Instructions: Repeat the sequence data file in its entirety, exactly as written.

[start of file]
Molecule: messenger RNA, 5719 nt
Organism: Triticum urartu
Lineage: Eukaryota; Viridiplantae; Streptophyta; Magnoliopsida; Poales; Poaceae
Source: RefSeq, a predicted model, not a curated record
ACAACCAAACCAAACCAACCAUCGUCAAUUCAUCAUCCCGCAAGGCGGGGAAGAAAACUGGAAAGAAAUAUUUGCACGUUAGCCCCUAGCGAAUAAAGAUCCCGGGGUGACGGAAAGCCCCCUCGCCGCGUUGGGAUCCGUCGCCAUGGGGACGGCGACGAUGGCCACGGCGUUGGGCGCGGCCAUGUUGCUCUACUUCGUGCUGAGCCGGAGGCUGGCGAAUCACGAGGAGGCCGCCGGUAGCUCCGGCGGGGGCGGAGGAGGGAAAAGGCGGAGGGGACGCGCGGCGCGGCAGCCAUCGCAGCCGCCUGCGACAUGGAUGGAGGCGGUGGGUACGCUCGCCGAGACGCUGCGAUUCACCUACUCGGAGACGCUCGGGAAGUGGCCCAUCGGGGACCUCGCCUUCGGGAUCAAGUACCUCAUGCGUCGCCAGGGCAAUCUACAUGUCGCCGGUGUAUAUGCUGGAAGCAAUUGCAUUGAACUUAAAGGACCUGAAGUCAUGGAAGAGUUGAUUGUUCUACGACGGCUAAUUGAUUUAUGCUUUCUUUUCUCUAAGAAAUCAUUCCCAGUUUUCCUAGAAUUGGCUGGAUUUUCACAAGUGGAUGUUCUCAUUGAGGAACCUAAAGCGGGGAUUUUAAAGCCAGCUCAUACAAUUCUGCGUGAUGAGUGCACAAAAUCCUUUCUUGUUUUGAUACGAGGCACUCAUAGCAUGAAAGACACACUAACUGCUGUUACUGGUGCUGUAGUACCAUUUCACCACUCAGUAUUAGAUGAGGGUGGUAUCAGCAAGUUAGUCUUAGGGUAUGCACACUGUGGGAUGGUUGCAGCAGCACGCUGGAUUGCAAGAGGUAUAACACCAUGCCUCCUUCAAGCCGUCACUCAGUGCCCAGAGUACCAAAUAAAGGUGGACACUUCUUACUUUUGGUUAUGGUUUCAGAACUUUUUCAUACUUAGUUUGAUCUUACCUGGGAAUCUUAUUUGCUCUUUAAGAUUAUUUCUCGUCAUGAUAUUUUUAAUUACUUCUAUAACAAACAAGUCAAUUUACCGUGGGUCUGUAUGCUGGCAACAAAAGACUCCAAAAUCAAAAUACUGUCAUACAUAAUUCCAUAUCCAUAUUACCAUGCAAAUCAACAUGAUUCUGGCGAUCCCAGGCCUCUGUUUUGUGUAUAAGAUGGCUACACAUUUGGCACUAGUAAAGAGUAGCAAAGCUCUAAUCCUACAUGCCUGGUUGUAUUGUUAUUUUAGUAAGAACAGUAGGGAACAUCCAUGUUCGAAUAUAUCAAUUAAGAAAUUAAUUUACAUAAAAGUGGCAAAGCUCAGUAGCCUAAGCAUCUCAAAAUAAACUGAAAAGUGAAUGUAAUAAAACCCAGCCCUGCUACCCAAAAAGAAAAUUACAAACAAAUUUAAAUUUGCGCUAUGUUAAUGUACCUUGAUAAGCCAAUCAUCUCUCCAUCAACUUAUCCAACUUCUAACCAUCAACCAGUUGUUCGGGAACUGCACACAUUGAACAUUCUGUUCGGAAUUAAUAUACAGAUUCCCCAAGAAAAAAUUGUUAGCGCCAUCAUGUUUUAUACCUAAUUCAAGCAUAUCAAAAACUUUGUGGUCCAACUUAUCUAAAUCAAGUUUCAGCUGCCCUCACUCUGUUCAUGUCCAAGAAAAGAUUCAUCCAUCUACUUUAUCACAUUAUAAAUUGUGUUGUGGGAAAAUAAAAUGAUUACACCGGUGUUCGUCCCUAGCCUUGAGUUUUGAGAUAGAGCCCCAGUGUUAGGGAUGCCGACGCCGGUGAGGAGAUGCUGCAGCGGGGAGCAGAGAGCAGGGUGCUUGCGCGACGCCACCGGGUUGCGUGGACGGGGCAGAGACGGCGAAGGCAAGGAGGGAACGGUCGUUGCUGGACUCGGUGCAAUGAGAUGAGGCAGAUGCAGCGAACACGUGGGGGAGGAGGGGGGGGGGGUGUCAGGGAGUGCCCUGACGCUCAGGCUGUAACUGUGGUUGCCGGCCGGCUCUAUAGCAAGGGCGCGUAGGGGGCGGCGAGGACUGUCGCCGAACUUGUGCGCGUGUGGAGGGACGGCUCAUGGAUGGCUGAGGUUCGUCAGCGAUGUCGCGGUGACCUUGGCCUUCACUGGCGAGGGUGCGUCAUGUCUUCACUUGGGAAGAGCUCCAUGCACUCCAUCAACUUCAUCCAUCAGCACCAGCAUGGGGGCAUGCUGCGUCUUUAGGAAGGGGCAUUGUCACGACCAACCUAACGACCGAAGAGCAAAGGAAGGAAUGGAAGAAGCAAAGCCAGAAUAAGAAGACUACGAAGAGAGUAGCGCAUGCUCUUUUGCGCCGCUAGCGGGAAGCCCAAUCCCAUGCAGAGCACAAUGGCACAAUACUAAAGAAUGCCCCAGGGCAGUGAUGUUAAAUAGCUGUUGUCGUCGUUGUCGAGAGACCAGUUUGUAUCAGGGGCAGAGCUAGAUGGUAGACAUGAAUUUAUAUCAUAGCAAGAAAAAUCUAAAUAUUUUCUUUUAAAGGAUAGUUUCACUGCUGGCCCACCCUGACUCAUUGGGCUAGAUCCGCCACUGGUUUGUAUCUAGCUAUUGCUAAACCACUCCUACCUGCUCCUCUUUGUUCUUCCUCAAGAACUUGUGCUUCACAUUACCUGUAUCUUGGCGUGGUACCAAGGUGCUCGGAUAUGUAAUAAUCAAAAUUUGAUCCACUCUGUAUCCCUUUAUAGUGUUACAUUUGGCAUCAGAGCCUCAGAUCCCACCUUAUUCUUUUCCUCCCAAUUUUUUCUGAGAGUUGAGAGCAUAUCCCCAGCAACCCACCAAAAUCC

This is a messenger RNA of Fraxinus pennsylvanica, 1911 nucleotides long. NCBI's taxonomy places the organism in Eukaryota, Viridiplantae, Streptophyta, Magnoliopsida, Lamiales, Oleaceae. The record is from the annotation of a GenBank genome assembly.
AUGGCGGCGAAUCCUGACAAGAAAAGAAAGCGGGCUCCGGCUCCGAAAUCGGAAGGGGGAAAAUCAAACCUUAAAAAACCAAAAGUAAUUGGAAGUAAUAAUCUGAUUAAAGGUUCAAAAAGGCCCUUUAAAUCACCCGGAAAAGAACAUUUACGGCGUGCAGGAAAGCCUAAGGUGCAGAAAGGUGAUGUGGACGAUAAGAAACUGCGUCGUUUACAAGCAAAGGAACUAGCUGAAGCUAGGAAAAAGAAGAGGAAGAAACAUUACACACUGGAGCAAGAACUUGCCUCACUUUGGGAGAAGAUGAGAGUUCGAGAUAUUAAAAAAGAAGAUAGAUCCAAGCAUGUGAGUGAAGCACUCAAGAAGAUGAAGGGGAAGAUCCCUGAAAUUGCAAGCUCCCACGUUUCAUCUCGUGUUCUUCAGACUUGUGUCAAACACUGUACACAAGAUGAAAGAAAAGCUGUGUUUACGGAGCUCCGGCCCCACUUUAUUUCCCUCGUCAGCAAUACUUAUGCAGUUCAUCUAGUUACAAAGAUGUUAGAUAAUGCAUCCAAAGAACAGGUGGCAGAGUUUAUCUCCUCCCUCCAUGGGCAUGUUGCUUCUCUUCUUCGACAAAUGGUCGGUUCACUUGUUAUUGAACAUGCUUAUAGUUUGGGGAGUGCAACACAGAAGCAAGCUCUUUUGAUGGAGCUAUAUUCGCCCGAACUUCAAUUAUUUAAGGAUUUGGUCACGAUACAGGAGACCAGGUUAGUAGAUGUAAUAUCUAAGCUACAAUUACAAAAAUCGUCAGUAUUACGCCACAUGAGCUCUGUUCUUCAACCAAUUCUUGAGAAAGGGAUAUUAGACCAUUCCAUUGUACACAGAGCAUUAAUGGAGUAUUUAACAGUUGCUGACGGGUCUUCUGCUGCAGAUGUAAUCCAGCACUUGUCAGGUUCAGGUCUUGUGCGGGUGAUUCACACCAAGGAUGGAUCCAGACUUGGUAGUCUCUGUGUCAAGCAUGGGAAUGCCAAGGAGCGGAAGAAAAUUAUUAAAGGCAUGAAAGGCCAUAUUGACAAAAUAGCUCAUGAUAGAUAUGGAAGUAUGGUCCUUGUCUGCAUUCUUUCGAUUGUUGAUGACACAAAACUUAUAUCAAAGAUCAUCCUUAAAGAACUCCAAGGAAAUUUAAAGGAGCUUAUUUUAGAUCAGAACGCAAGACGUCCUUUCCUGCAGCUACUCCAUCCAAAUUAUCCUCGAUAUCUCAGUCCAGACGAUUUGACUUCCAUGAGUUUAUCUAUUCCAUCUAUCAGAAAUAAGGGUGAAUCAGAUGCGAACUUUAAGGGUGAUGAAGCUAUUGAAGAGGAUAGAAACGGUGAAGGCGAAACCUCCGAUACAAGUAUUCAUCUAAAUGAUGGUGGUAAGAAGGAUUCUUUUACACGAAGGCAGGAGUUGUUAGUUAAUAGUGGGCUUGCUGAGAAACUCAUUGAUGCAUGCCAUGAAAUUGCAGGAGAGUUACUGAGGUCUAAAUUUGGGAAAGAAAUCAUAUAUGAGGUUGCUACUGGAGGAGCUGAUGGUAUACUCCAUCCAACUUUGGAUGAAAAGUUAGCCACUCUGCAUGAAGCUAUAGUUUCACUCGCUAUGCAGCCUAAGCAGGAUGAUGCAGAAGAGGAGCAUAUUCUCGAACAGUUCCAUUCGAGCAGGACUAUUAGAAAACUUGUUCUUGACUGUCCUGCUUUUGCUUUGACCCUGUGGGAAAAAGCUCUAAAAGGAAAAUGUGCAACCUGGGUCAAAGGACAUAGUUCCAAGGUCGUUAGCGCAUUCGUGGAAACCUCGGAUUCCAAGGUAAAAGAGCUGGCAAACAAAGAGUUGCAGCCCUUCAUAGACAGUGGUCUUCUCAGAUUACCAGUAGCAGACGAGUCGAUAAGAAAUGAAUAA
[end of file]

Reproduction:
Molecule: messenger RNA, 5719 nt
Organism: Triticum urartu
Lineage: Eukaryota; Viridiplantae; Streptophyta; Magnoliopsida; Poales; Poaceae
Source: RefSeq, a predicted model, not a curated record
ACAACCAAACCAAACCAACCAUCGUCAAUUCAUCAUCCCGCAAGGCGGGGAAGAAAACUGGAAAGAAAUAUUUGCACGUUAGCCCCUAGCGAAUAAAGAUCCCGGGGUGACGGAAAGCCCCCUCGCCGCGUUGGGAUCCGUCGCCAUGGGGACGGCGACGAUGGCCACGGCGUUGGGCGCGGCCAUGUUGCUCUACUUCGUGCUGAGCCGGAGGCUGGCGAAUCACGAGGAGGCCGCCGGUAGCUCCGGCGGGGGCGGAGGAGGGAAAAGGCGGAGGGGACGCGCGGCGCGGCAGCCAUCGCAGCCGCCUGCGACAUGGAUGGAGGCGGUGGGUACGCUCGCCGAGACGCUGCGAUUCACCUACUCGGAGACGCUCGGGAAGUGGCCCAUCGGGGACCUCGCCUUCGGGAUCAAGUACCUCAUGCGUCGCCAGGGCAAUCUACAUGUCGCCGGUGUAUAUGCUGGAAGCAAUUGCAUUGAACUUAAAGGACCUGAAGUCAUGGAAGAGUUGAUUGUUCUACGACGGCUAAUUGAUUUAUGCUUUCUUUUCUCUAAGAAAUCAUUCCCAGUUUUCCUAGAAUUGGCUGGAUUUUCACAAGUGGAUGUUCUCAUUGAGGAACCUAAAGCGGGGAUUUUAAAGCCAGCUCAUACAAUUCUGCGUGAUGAGUGCACAAAAUCCUUUCUUGUUUUGAUACGAGGCACUCAUAGCAUGAAAGACACACUAACUGCUGUUACUGGUGCUGUAGUACCAUUUCACCACUCAGUAUUAGAUGAGGGUGGUAUCAGCAAGUUAGUCUUAGGGUAUGCACACUGUGGGAUGGUUGCAGCAGCACGCUGGAUUGCAAGAGGUAUAACACCAUGCCUCCUUCAAGCCGUCACUCAGUGCCCAGAGUACCAAAUAAAGGUGGACACUUCUUACUUUUGGUUAUGGUUUCAGAACUUUUUCAUACUUAGUUUGAUCUUACCUGGGAAUCUUAUUUGCUCUUUAAGAUUAUUUCUCGUCAUGAUAUUUUUAAUUACUUCUAUAACAAACAAGUCAAUUUACCGUGGGUCUGUAUGCUGGCAACAAAAGACUCCAAAAUCAAAAUACUGUCAUACAUAAUUCCAUAUCCAUAUUACCAUGCAAAUCAACAUGAUUCUGGCGAUCCCAGGCCUCUGUUUUGUGUAUAAGAUGGCUACACAUUUGGCACUAGUAAAGAGUAGCAAAGCUCUAAUCCUACAUGCCUGGUUGUAUUGUUAUUUUAGUAAGAACAGUAGGGAACAUCCAUGUUCGAAUAUAUCAAUUAAGAAAUUAAUUUACAUAAAAGUGGCAAAGCUCAGUAGCCUAAGCAUCUCAAAAUAAACUGAAAAGUGAAUGUAAUAAAACCCAGCCCUGCUACCCAAAAAGAAAAUUACAAACAAAUUUAAAUUUGCGCUAUGUUAAUGUACCUUGAUAAGCCAAUCAUCUCUCCAUCAACUUAUCCAACUUCUAACCAUCAACCAGUUGUUCGGGAACUGCACACAUUGAACAUUCUGUUCGGAAUUAAUAUACAGAUUCCCCAAGAAAAAAUUGUUAGCGCCAUCAUGUUUUAUACCUAAUUCAAGCAUAUCAAAAACUUUGUGGUCCAACUUAUCUAAAUCAAGUUUCAGCUGCCCUCACUCUGUUCAUGUCCAAGAAAAGAUUCAUCCAUCUACUUUAUCACAUUAUAAAUUGUGUUGUGGGAAAAUAAAAUGAUUACACCGGUGUUCGUCCCUAGCCUUGAGUUUUGAGAUAGAGCCCCAGUGUUAGGGAUGCCGACGCCGGUGAGGAGAUGCUGCAGCGGGGAGCAGAGAGCAGGGUGCUUGCGCGACGCCACCGGGUUGCGUGGACGGGGCAGAGACGGCGAAGGCAAGGAGGGAACGGUCGUUGCUGGACUCGGUGCAAUGAGAUGAGGCAGAUGCAGCGAACACGUGGGGGAGGAGGGGGGGGGGGUGUCAGGGAGUGCCCUGACGCUCAGGCUGUAACUGUGGUUGCCGGCCGGCUCUAUAGCAAGGGCGCGUAGGGGGCGGCGAGGACUGUCGCCGAACUUGUGCGCGUGUGGAGGGACGGCUCAUGGAUGGCUGAGGUUCGUCAGCGAUGUCGCGGUGACCUUGGCCUUCACUGGCGAGGGUGCGUCAUGUCUUCACUUGGGAAGAGCUCCAUGCACUCCAUCAACUUCAUCCAUCAGCACCAGCAUGGGGGCAUGCUGCGUCUUUAGGAAGGGGCAUUGUCACGACCAACCUAACGACCGAAGAGCAAAGGAAGGAAUGGAAGAAGCAAAGCCAGAAUAAGAAGACUACGAAGAGAGUAGCGCAUGCUCUUUUGCGCCGCUAGCGGGAAGCCCAAUCCCAUGCAGAGCACAAUGGCACAAUACUAAAGAAUGCCCCAGGGCAGUGAUGUUAAAUAGCUGUUGUCGUCGUUGUCGAGAGACCAGUUUGUAUCAGGGGCAGAGCUAGAUGGUAGACAUGAAUUUAUAUCAUAGCAAGAAAAAUCUAAAUAUUUUCUUUUAAAGGAUAGUUUCACUGCUGGCCCACCCUGACUCAUUGGGCUAGAUCCGCCACUGGUUUGUAUCUAGCUAUUGCUAAACCACUCCUACCUGCUCCUCUUUGUUCUUCCUCAAGAACUUGUGCUUCACAUUACCUGUAUCUUGGCGUGGUACCAAGGUGCUCGGAUAUGUAAUAAUCAAAAUUUGAUCCACUCUGUAUCCCUUUAUAGUGUUACAUUUGGCAUCAGAGCCUCAGAUCCCACCUUAUUCUUUUCCUCCCAAUUUUUUCUGAGAGUUGAGAGCAUAUCCCCAGCAACCCACCAAAAUCC

This is a messenger RNA of Fraxinus pennsylvanica, 1911 nucleotides long. NCBI's taxonomy places the organism in Eukaryota, Viridiplantae, Streptophyta, Magnoliopsida, Lamiales, Oleaceae. The record is from the annotation of a GenBank genome assembly.
AUGGCGGCGAAUCCUGACAAGAAAAGAAAGCGGGCUCCGGCUCCGAAAUCGGAAGGGGGAAAAUCAAACCUUAAAAAACCAAAAGUAAUUGGAAGUAAUAAUCUGAUUAAAGGUUCAAAAAGGCCCUUUAAAUCACCCGGAAAAGAACAUUUACGGCGUGCAGGAAAGCCUAAGGUGCAGAAAGGUGAUGUGGACGAUAAGAAACUGCGUCGUUUACAAGCAAAGGAACUAGCUGAAGCUAGGAAAAAGAAGAGGAAGAAACAUUACACACUGGAGCAAGAACUUGCCUCACUUUGGGAGAAGAUGAGAGUUCGAGAUAUUAAAAAAGAAGAUAGAUCCAAGCAUGUGAGUGAAGCACUCAAGAAGAUGAAGGGGAAGAUCCCUGAAAUUGCAAGCUCCCACGUUUCAUCUCGUGUUCUUCAGACUUGUGUCAAACACUGUACACAAGAUGAAAGAAAAGCUGUGUUUACGGAGCUCCGGCCCCACUUUAUUUCCCUCGUCAGCAAUACUUAUGCAGUUCAUCUAGUUACAAAGAUGUUAGAUAAUGCAUCCAAAGAACAGGUGGCAGAGUUUAUCUCCUCCCUCCAUGGGCAUGUUGCUUCUCUUCUUCGACAAAUGGUCGGUUCACUUGUUAUUGAACAUGCUUAUAGUUUGGGGAGUGCAACACAGAAGCAAGCUCUUUUGAUGGAGCUAUAUUCGCCCGAACUUCAAUUAUUUAAGGAUUUGGUCACGAUACAGGAGACCAGGUUAGUAGAUGUAAUAUCUAAGCUACAAUUACAAAAAUCGUCAGUAUUACGCCACAUGAGCUCUGUUCUUCAACCAAUUCUUGAGAAAGGGAUAUUAGACCAUUCCAUUGUACACAGAGCAUUAAUGGAGUAUUUAACAGUUGCUGACGGGUCUUCUGCUGCAGAUGUAAUCCAGCACUUGUCAGGUUCAGGUCUUGUGCGGGUGAUUCACACCAAGGAUGGAUCCAGACUUGGUAGUCUCUGUGUCAAGCAUGGGAAUGCCAAGGAGCGGAAGAAAAUUAUUAAAGGCAUGAAAGGCCAUAUUGACAAAAUAGCUCAUGAUAGAUAUGGAAGUAUGGUCCUUGUCUGCAUUCUUUCGAUUGUUGAUGACACAAAACUUAUAUCAAAGAUCAUCCUUAAAGAACUCCAAGGAAAUUUAAAGGAGCUUAUUUUAGAUCAGAACGCAAGACGUCCUUUCCUGCAGCUACUCCAUCCAAAUUAUCCUCGAUAUCUCAGUCCAGACGAUUUGACUUCCAUGAGUUUAUCUAUUCCAUCUAUCAGAAAUAAGGGUGAAUCAGAUGCGAACUUUAAGGGUGAUGAAGCUAUUGAAGAGGAUAGAAACGGUGAAGGCGAAACCUCCGAUACAAGUAUUCAUCUAAAUGAUGGUGGUAAGAAGGAUUCUUUUACACGAAGGCAGGAGUUGUUAGUUAAUAGUGGGCUUGCUGAGAAACUCAUUGAUGCAUGCCAUGAAAUUGCAGGAGAGUUACUGAGGUCUAAAUUUGGGAAAGAAAUCAUAUAUGAGGUUGCUACUGGAGGAGCUGAUGGUAUACUCCAUCCAACUUUGGAUGAAAAGUUAGCCACUCUGCAUGAAGCUAUAGUUUCACUCGCUAUGCAGCCUAAGCAGGAUGAUGCAGAAGAGGAGCAUAUUCUCGAACAGUUCCAUUCGAGCAGGACUAUUAGAAAACUUGUUCUUGACUGUCCUGCUUUUGCUUUGACCCUGUGGGAAAAAGCUCUAAAAGGAAAAUGUGCAACCUGGGUCAAAGGACAUAGUUCCAAGGUCGUUAGCGCAUUCGUGGAAACCUCGGAUUCCAAGGUAAAAGAGCUGGCAAACAAAGAGUUGCAGCCCUUCAUAGACAGUGGUCUUCUCAGAUUACCAGUAGCAGACGAGUCGAUAAGAAAUGAAUAA